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Gina Ariko

Artist Bio

I owe my lifelong love of painting to my ojichan and obaachan, who are both professional artists. Currently based in Seattle, I spent every other summer of my childhood visiting family in Kitakyushu, Japan, my mom’s hometown. My favorite memories of that time are waking up before the sunrise to paint in the quiet stillness of their studio, surrounded by shelves of still life objects. With the obvious language and distance barriers between us, painting helped me feel more connected to my heritage.

I still see painting as a way to connect, and am especially influenced by the feeling of nostalgia, even as I explore different subjects and styles.

Artist Statement

Growing up biracial and a first-generation American, I often felt caught in the in-between, sometimes feeling “too American to be Japanese” and other times “too Japanese to be American.” Painting gave me a sense of ownership over my identity, and allowed me to explore the tension I felt observing from both an outsider and insider perspective. I’ll often incorporate Japanese still life objects or pattern work into my paintings as a way to study and share more of my heritage. I choose common household objects in order to capture quiet, intimate moments that might otherwise be overlooked.

Likewise, my figurative work is inspired by the feeling I get looking at old family photos, at once familiar and distant, and the way our memories can almost feel more like dreams. I love lingering in that space of slight uncertainty, and hope that my paintings bring out a mix of comfort and curiosity in others, too.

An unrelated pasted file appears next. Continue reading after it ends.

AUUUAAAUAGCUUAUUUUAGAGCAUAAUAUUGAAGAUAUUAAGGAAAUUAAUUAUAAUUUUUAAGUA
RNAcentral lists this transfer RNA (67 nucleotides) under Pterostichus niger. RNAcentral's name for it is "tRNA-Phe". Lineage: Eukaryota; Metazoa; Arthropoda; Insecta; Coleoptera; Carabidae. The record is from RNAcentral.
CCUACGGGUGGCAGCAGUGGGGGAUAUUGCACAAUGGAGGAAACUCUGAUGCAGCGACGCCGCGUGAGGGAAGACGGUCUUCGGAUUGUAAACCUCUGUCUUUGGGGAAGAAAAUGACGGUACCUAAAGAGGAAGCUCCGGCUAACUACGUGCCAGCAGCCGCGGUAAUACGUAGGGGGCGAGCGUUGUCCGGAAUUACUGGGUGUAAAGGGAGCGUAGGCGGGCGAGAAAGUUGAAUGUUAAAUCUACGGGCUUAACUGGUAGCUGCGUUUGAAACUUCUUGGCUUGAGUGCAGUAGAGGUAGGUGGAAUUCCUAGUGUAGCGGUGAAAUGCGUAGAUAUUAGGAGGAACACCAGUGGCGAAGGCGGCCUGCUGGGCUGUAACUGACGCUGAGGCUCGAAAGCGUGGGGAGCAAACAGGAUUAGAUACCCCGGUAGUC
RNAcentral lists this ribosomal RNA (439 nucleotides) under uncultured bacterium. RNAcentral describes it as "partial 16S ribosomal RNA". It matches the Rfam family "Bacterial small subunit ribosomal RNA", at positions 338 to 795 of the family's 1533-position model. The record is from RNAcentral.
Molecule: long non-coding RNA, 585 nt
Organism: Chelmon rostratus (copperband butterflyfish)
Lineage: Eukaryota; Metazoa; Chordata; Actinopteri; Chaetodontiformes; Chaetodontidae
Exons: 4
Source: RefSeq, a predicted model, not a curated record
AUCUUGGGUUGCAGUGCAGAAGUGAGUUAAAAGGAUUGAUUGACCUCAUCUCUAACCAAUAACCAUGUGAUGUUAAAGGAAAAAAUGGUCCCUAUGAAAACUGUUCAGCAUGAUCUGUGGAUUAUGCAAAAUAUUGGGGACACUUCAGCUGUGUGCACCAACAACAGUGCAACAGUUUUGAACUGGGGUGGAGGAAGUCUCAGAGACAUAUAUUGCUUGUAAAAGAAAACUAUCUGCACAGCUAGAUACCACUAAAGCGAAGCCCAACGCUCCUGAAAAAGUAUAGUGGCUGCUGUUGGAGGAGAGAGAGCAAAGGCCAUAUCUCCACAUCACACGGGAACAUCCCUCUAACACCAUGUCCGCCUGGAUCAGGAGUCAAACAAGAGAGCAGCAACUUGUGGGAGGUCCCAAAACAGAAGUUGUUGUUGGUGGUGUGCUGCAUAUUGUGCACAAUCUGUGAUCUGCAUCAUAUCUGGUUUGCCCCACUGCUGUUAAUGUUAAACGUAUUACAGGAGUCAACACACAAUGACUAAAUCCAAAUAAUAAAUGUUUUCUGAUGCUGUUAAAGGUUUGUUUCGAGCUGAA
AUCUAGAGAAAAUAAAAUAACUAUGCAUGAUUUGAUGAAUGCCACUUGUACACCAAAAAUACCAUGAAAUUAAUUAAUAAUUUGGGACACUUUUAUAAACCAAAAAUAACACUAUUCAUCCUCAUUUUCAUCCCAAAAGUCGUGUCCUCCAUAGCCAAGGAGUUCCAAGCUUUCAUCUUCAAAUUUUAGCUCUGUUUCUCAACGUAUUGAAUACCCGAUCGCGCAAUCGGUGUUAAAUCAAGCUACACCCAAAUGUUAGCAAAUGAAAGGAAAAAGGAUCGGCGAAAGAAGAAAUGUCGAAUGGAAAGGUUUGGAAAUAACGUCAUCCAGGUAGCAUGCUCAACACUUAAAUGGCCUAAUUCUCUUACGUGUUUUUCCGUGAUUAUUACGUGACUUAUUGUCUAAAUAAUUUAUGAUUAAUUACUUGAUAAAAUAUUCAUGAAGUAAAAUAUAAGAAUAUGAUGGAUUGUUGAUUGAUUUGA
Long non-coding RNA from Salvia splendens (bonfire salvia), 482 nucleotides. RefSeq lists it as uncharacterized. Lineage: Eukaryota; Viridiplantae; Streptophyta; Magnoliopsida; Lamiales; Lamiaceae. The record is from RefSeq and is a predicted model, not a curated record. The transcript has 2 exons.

About Garden of Nostalgia

Growing up biracial and a first-generation American, I often felt caught in the in-between, sometimes feeling “too American to be Japanese” and other times “too Japanese to be American.” Painting gave me a sense of ownership over my identity, and allowed me to explore the tension I felt observing from both an outsider and insider perspective. I’ll often incorporate Japanese still life objects or pattern work into my paintings as a way to study and share more of my heritage. I choose common household objects in order to capture quiet, intimate moments that might otherwise be overlooked.

Likewise, my figurative work is inspired by the feeling I get looking at old family photos, at once familiar and distant, and the way our memories can almost feel more like dreams. I love lingering in that space of slight uncertainty, and hope that my paintings bring out a mix of comfort and curiosity in others, too.

Find her on

Instagram: @ginaariko

Website: https://ginaariko.com/

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